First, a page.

CAPE GIRARDEAU, MO (KFVS) - For many, summertime means swimming or boating.
With that in mind, the National Fire Protection Association (NFPA) is reminding people about the potential electrical hazards in swimming pools, hot tubs and spas, on board boats and in waters surrounding boats, marinas and launch ramps.
Electric shock drowning happens when faulty wiring sends an electrical current into the water.
The current passes through the body and causes paralysis.
When this happens, a person can no longer swim and ultimately drowns.
NFPA offers the following tips to avoid electric shock drowning:
- Never swim near a marina, dock or boatyard, or near a boat while it's running.
- Check pools, hot tubs or spas for underwater lights not working properly.
- If you feel a tingling sensation while swimming in a pool, immediately stop swimming in your current direction. Try and swim in a direction you had not felt the tingling. Exit the water as quickly as possible and avoid using metal ladders or rails.
- If you are putting in a new pool, hot tub or spa, be sure wiring is performed by an electrician experienced in the special safety requirements for these types of installations.
- Have a qualified electrician periodically inspect and replace or upgrade the electrical devices that keep your pool, spa or hot tub safe.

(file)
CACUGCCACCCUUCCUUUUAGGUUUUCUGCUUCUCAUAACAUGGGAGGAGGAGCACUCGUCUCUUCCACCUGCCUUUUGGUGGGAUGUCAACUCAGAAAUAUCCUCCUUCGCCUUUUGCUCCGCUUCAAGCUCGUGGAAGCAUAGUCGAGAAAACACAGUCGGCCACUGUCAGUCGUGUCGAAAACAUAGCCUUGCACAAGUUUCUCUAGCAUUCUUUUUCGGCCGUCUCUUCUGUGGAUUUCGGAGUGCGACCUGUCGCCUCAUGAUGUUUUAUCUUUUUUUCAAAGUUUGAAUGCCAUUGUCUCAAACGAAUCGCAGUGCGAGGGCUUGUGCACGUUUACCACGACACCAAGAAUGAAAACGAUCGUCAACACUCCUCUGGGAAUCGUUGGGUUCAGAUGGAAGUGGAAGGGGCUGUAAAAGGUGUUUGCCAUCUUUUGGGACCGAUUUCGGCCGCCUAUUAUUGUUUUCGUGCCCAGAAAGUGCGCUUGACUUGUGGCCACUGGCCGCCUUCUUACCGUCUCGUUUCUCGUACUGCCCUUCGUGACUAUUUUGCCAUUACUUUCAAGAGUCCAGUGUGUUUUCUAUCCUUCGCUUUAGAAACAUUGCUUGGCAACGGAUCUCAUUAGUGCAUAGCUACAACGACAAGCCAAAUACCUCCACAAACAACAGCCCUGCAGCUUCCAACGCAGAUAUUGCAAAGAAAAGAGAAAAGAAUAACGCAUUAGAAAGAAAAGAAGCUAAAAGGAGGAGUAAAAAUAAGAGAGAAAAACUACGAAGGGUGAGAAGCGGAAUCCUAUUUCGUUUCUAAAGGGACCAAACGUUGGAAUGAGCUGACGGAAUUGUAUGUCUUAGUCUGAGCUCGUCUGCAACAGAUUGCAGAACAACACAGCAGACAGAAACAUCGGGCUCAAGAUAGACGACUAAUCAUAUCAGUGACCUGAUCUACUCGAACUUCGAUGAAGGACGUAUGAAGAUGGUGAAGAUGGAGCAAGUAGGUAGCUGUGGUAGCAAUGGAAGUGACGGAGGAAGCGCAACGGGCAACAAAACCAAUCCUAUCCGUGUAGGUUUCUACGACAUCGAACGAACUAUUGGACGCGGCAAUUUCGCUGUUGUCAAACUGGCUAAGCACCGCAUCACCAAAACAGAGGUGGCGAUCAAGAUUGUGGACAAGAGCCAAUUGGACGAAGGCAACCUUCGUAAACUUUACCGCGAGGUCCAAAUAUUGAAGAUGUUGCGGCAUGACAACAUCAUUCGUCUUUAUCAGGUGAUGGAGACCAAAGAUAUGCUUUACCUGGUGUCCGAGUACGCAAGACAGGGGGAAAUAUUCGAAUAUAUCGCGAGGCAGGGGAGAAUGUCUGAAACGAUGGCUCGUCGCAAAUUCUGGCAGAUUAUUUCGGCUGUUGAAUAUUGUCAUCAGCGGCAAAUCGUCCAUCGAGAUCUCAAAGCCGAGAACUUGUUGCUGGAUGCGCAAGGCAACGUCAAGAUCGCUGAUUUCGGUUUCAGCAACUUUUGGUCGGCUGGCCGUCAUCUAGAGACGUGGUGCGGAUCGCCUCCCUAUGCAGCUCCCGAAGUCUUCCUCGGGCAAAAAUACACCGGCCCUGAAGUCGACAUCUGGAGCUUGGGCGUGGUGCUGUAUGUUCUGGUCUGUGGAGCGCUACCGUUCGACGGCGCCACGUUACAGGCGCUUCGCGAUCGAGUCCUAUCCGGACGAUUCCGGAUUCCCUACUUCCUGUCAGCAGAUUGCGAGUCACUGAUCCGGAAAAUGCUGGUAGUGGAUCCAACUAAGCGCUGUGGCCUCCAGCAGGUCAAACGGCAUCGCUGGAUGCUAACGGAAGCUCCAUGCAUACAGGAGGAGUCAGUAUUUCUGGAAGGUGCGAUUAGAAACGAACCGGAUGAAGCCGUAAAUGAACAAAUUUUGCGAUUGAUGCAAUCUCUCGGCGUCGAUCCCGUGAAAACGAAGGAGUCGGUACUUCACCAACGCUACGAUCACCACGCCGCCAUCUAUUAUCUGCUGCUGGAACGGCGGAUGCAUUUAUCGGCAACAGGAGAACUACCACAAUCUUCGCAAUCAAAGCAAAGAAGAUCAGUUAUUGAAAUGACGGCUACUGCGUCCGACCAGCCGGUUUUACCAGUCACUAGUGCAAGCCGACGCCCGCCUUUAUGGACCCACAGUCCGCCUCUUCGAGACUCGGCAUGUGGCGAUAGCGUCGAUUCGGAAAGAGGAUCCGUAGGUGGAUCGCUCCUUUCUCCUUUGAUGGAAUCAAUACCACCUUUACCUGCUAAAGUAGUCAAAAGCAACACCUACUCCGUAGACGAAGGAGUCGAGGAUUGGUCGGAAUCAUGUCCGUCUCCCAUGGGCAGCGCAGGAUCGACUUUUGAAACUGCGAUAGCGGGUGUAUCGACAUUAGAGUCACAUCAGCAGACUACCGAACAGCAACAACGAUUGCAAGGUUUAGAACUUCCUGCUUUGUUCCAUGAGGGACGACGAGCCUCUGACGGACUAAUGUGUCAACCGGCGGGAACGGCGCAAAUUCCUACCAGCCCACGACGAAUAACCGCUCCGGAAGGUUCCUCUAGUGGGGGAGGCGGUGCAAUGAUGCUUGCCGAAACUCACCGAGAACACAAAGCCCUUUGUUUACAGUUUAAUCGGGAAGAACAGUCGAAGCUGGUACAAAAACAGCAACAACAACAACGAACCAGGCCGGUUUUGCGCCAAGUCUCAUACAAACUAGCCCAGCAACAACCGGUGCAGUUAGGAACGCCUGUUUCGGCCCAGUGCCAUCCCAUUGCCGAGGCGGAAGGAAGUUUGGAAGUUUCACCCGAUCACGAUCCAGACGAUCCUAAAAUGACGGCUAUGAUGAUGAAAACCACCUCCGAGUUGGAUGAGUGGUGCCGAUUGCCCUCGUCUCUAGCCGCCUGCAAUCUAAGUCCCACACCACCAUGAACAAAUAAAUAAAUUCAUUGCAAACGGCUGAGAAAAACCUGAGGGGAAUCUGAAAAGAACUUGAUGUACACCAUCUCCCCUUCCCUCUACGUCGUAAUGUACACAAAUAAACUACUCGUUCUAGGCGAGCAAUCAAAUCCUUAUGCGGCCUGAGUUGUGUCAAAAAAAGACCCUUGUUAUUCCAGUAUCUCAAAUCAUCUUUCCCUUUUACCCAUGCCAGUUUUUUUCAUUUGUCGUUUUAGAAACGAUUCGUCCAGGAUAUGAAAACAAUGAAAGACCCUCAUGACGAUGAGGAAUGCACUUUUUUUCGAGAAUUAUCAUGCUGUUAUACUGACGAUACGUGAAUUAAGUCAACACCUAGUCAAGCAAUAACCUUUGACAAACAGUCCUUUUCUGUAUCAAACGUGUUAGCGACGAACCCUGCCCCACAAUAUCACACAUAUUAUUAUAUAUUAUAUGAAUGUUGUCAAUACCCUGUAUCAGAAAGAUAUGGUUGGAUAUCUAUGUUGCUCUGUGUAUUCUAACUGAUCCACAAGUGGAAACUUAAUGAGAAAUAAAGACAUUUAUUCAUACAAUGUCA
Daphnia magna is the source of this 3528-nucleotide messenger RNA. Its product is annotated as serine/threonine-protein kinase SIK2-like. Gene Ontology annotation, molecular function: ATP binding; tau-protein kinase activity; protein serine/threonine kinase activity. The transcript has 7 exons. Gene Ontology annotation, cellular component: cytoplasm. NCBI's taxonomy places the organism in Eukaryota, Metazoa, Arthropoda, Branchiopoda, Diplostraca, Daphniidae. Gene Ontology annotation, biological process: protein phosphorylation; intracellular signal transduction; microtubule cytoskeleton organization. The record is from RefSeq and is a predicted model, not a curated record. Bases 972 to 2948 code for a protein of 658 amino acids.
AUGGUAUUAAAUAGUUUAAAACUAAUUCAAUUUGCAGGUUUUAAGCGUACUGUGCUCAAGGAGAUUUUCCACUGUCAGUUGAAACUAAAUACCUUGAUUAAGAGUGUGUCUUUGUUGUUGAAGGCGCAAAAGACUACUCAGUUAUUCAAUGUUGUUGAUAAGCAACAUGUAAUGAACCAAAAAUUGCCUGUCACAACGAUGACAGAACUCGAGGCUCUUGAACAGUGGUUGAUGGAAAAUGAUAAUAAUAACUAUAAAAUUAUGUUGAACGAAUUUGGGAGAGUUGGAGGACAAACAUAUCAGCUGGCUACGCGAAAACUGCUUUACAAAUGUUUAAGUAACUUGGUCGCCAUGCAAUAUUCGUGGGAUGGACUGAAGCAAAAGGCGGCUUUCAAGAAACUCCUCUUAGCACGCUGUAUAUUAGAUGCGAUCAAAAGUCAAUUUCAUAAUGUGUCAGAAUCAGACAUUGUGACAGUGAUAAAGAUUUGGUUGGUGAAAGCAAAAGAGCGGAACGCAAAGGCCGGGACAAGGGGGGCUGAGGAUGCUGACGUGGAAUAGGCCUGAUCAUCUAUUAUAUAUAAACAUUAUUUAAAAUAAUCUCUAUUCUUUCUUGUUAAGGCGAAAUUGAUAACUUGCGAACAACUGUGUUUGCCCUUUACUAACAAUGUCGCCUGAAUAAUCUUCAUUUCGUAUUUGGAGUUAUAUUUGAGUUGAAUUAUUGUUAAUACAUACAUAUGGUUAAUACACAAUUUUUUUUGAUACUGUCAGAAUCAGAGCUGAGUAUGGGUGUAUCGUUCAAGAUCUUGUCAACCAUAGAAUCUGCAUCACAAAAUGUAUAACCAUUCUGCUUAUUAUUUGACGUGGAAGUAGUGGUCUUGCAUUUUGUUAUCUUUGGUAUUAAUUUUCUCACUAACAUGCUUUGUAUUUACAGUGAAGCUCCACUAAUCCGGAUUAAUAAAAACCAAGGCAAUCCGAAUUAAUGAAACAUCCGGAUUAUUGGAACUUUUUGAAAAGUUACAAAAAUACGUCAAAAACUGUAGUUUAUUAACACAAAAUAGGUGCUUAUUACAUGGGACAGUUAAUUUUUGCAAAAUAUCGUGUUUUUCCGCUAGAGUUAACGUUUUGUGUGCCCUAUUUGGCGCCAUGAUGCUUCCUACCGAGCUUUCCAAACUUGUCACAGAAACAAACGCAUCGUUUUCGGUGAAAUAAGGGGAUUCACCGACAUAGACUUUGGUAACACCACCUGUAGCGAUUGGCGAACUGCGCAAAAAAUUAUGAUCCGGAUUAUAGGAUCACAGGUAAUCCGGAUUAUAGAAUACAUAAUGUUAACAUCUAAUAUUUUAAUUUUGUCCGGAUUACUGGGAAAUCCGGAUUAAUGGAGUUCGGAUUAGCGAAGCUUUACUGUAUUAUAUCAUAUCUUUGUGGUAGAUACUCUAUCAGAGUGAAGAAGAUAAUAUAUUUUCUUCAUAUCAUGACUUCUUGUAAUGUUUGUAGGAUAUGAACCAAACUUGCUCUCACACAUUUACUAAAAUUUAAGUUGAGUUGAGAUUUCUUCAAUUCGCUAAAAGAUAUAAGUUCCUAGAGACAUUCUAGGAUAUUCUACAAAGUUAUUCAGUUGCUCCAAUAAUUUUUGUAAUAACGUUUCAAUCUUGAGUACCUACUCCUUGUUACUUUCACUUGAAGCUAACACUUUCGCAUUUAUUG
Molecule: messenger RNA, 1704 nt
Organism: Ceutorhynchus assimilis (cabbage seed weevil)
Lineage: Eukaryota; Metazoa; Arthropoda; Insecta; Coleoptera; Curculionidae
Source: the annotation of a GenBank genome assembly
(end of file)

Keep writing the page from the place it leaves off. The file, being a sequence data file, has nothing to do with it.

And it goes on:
- Make sure overhead lines maintain proper distance from a pool or diving board. If in doubt, contact an electrician or your local utility company.
- Avoid entering the water when launching or loading a boat. Docks or boats can leak electricity into the water.
Each year, and after a major storm, have the boat's electrical system inspected by a qualified marine electrician. Check with the marina owner if the marina's system has recently been inspected to meet required codes, including the National Electrical Code.
Have ground fault circuit interrupters (GFCI) installed on the boat. Use only portable GFCIs or shore power cords that are "UL-Marine Listed" when using electricity near water. Test GFCIs monthly.
For additional resources, including tip sheets and checklists, visit www.nfpa.org/watersafety.